An easy-to-use deepfake app made in China called “ZAO,” which allows users to swap their faces with celebs and anyone else in a video, is now the most downloaded free app on China’s iOS app store but is raising fears of widespread criminal misuse.

Developed for smartphones, ZAO was uploaded to China’s iOS App Store on Aug. 31. It immediately went viral and was downloaded so many times it nearly crashed the servers of Momo Inc., the company that developed and released it. ZAO is only available in China.

ZAO was the most downloaded free app in China’s iOS App Store as of Sept. 1, according to data from App Annie, a firm that tracks app downloads worldwide.

To get hold of ZAO, a user signs-up for the app with his phone number. He uploads a selfie. Once inside ZAO, a user can superimpose his face on the face of his chosen celeb featured in a video. The user can then share the deepfake video with his friends on social media.

Most of the celebs in the app’s line-up are Chinese but there are also videos of a few popular Western stars such as Leonardo DiCaprio and Marilyn Monroe to choose from.

Issues about its privacy terms started to crop up as one section of the user agreement state consumers who upload their images agree to give intellectual property rights to their face, and permit ZAO to use their images for marketing purposes, Reuters noted.

Chinese users shared their ZAO videos on social media platforms such as WeChat, which was deluged with complaints about ZAO. WeChat has now restricted access to the app on its messaging platform.

WeChat said its users can still upload videos they created with ZAO. However, if the users try to download the app or send an invitation to download ZAO to another WeChat user, a message will be displayed saying, “This web page has been reported multiple times and contains security risks. To maintain a safe online environment, access to this page has been blocked.”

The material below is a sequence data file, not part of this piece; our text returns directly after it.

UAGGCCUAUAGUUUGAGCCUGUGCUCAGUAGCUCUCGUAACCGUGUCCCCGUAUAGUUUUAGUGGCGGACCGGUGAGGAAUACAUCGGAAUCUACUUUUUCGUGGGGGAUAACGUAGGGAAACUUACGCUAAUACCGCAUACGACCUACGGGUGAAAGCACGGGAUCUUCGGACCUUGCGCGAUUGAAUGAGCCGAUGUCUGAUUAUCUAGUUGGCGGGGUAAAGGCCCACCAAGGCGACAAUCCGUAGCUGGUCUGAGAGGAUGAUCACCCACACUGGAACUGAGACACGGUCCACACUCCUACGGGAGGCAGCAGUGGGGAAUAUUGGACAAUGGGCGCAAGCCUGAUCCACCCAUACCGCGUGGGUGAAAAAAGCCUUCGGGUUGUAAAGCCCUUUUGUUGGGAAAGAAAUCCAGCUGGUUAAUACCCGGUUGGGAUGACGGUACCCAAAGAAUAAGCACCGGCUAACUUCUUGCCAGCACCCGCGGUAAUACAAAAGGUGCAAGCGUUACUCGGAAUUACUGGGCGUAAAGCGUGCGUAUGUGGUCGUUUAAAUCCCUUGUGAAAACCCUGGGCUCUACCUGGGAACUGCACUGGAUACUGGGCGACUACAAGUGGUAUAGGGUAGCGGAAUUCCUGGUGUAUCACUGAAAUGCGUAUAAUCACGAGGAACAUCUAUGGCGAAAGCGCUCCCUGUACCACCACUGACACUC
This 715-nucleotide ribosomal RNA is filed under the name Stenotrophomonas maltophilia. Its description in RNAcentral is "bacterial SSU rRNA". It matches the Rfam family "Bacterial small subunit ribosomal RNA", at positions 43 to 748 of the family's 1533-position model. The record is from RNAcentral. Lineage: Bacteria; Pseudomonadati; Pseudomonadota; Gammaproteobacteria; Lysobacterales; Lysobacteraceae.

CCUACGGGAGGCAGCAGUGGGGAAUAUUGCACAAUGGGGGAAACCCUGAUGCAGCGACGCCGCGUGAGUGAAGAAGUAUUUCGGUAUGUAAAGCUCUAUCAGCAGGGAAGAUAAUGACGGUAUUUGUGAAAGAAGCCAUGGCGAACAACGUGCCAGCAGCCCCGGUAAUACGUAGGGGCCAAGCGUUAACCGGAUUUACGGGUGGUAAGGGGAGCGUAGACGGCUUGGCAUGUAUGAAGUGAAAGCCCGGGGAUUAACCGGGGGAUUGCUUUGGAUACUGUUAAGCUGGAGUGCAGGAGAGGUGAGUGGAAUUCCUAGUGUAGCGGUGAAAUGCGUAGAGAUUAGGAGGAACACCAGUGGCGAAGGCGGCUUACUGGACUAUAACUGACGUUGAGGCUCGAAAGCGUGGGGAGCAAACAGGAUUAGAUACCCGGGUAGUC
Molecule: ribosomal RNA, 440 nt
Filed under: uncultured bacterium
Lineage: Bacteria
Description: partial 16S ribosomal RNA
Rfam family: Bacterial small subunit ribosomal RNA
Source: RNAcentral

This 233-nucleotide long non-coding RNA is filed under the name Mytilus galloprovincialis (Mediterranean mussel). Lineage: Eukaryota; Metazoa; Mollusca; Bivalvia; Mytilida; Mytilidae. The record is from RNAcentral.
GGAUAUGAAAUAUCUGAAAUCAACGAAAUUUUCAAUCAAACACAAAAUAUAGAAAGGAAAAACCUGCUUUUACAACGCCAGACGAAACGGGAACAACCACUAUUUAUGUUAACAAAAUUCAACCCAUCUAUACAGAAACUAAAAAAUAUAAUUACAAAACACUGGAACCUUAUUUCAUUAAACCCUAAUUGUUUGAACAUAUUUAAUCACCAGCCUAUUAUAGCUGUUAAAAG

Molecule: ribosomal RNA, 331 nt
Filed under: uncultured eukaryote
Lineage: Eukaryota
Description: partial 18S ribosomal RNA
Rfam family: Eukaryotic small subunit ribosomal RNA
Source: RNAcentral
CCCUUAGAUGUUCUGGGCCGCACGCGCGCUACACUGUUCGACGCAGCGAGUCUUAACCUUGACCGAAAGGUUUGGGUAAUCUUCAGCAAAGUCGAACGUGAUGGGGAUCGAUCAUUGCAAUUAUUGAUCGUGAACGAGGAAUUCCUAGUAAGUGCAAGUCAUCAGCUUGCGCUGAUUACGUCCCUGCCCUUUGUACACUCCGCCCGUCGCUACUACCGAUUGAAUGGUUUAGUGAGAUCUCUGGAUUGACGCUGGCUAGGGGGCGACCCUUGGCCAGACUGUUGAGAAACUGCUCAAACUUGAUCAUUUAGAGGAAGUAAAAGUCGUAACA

In its Weibo account, ZAO said “we completely understand everybody’s concerns about the privacy issue. We are aware of the issue and we are thinking about how to fix the problems, we need a little time.”

ZAO has since changed its terms and conditions. It now says user-generated content will only be used to improve the app. It also claims all deleted content will be removed from its servers.

ZAO is a type of “deepfake” application. Deepfake is an AI-based human synthesis tech that combines and superimposes existing images and videos onto source images or videos.

Deepfakes use a machine-learning technique known as deep learning to automatically superimpose a new face on an existing video.

Since 2017, deepfakes have been used to create fake sex videos of celebrities and politicians. January 2018 saw the launch of a desktop app called “FakeApp,” which enables users to create and share videos where faces have been swapped and changed.

FakeApp immediately raised privacy concerns, which is now being experienced by ZAO.

GettyImages-Apps store
This picture of an illustration of apps was taken on April 19, 2018 in Paris and has tablet and smart phone apps for Google, Amazon, Facebook and the Apple Store. LIONEL BONAVENTURE/AFP/Getty Images